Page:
Capcom says large amounts of 'personal data' may have been compromised in recent hack

Devil May Cry 5
(Image credit: Capcom)

Capcom has issued a statement saying that as many as 350,000 "items" of personal information, including names, addresses, phone numbers, and email addresses may have been compromised in a hack of its internal systems that occurred earlier this month. The company said initially that there was "no indication that any customer information was breached," but further investigation has revealed that this is not actually the case.

Only nine pieces of personal information have been verified as compromised, five belonging to former employees and four to current employees. The numbers for "potentially compromised data" are much greater, however. Capcom broke it down like this:

Personal information (customers, business partners, etc.): maximum of approx. 350,000 items

  • Japan: Customer service video game support help desk information (approx.134,000 items)
    Names, addresses, phone numbers, email addresses
  • North America: Capcom Store member information (approx. 14,000 items)
    Names, birthdates, email addresses
  • North America: Esports operations website members (approx. 4,000 items)
    Names, email addresses, gender information
  • List of shareholders (approx. 40,000 items)
    Names, addresses, shareholder numbers, amount of shareholdings
  • Former employees' (including family) information (approx. 28,000 people);
    applicants' information (approx. 125,000 people)
    Names, birthdates, addresses, phone numbers, email addresses, photos, etc.

Personal information (employees and related parties)

  • Human resources information (approx. 14,000 people)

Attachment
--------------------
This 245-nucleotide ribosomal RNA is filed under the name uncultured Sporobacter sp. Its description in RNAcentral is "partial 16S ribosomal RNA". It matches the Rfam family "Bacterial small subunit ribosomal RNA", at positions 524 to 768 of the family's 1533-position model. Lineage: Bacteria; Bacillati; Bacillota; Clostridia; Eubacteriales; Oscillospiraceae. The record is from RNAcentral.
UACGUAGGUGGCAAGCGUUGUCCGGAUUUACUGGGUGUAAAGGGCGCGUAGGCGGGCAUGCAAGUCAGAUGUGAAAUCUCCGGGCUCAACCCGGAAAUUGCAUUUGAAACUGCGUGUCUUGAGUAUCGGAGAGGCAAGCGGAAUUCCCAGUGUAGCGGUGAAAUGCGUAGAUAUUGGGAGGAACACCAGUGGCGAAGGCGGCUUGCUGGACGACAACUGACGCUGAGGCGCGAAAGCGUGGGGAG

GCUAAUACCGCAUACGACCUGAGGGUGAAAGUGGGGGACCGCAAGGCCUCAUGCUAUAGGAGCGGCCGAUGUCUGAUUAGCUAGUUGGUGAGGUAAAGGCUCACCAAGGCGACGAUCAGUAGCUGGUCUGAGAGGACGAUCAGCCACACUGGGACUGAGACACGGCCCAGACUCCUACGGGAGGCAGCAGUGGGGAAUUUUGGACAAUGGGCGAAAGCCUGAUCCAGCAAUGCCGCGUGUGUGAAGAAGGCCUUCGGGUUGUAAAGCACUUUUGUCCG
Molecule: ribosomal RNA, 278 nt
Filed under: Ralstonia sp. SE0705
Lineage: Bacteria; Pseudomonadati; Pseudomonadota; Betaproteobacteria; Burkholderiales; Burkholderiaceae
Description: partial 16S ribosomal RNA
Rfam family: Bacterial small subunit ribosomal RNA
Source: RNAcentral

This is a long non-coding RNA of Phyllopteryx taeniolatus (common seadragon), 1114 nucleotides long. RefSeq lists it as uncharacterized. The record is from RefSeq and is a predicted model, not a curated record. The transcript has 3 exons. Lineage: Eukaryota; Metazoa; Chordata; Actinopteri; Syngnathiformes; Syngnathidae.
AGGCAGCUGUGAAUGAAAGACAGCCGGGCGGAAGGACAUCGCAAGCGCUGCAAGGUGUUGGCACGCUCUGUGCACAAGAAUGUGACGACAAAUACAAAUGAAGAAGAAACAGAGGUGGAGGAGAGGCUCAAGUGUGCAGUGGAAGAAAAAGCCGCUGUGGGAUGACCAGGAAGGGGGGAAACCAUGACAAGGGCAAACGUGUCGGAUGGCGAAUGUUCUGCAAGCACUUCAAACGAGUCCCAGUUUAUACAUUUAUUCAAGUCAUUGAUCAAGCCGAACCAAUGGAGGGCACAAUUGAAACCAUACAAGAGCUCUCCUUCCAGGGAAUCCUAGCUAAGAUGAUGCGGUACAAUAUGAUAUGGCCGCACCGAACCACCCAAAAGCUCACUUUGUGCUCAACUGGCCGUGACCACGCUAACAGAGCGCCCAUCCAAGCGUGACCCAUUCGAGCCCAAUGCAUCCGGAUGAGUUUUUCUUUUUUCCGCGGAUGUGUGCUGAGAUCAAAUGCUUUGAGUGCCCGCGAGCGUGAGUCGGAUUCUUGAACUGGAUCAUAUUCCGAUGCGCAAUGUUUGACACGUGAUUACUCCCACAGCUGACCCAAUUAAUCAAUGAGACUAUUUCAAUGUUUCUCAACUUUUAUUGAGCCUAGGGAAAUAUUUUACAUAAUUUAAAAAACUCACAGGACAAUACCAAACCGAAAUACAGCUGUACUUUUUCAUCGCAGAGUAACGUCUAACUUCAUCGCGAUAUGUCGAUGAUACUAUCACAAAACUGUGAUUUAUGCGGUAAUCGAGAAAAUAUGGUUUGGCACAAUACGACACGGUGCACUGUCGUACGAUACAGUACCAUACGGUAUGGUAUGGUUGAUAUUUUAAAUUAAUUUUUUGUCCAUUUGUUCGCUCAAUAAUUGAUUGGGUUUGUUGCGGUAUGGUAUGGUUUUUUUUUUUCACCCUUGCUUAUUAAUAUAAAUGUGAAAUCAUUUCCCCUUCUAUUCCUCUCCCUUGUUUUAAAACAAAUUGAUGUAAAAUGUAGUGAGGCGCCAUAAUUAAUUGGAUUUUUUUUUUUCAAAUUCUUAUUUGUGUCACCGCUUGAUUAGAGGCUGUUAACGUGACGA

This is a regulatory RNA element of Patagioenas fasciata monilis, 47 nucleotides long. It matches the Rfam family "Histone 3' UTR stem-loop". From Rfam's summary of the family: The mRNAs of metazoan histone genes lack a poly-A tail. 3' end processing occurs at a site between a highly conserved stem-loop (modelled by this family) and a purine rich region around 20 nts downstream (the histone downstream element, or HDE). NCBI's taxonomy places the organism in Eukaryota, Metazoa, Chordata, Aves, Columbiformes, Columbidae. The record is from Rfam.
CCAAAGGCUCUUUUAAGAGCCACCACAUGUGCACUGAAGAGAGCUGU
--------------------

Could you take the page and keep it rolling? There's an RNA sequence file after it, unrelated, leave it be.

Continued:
Confidential corporate information

  • Sales data, business partner information, sales documents, development documents, etc.

It's not clear if the "data items" in question represent individuals, or if there's a significant amount of crossover between them: A Capcom rep declined to comment further, saying only that "the maximum number of data items that may have potentially been compromised is 350,000 items."

The good news is that none of the data in question contains credit card information: Online transactions are handled by a third party, so Capcom doesn't maintain credit card information internally. Unfortunately, it will never be able to confirm exactly how much of the potentially compromised data was actually lost, because some logs were also lost as a result of the hack.

Capcom said that it is coordinating with police in the US and Japan as it continues its investigation into the attack, and assured customers that it is safe to access its website and play its games online. It also promised to contact all users whose personal data is verified to have been compromised "to explain the background of this incident and current situation." Anyone concerned about a potential data breach can contact Capcom via one of three channels:

  • North America: Capcom USA customer support page
  • Japan: Game customer inquiries (0120-400161) or general inquires (0120-896680)
  • EMEA: Capcom Europe customer support email -

"Capcom would once again like to reiterate its deepest apologies for any complications or concerns caused by this incident. As a company that handles digital content, it is regarding this incident with the utmost seriousness," the company said. "In order to prevent the reoccurrence of such an event, it will endeavor to further strengthen its management structure while pursing legal options regarding criminal acts such as unauthorized access of its networks."

Ironically, the data breach has resulted in some good news for Capcom fans, including word that Resident Evil Village will be out in April 2021, and that Monster Hunter: Rise and Monster Hunter Stories 2, both officially announced for the Nintendo Switch, are also coming to PC.

Andy Chalk

Andy has been gaming on PCs from the very beginning, starting as a youngster with text adventures and primitive action games on a cassette-based TRS80. From there he graduated to the glory days of Sierra Online adventures and Microprose sims, ran a local BBS, learned how to build PCs, and developed a longstanding love of RPGs, immersive sims, and shooters. He began writing videogame news in 2007 for The Escapist and somehow managed to avoid getting fired until 2014, when he joined the storied ranks of PC Gamer. He covers all aspects of the industry, from new game announcements and patch notes to legal disputes, Twitch beefs, esports, and Henry Cavill. Lots of Henry Cavill.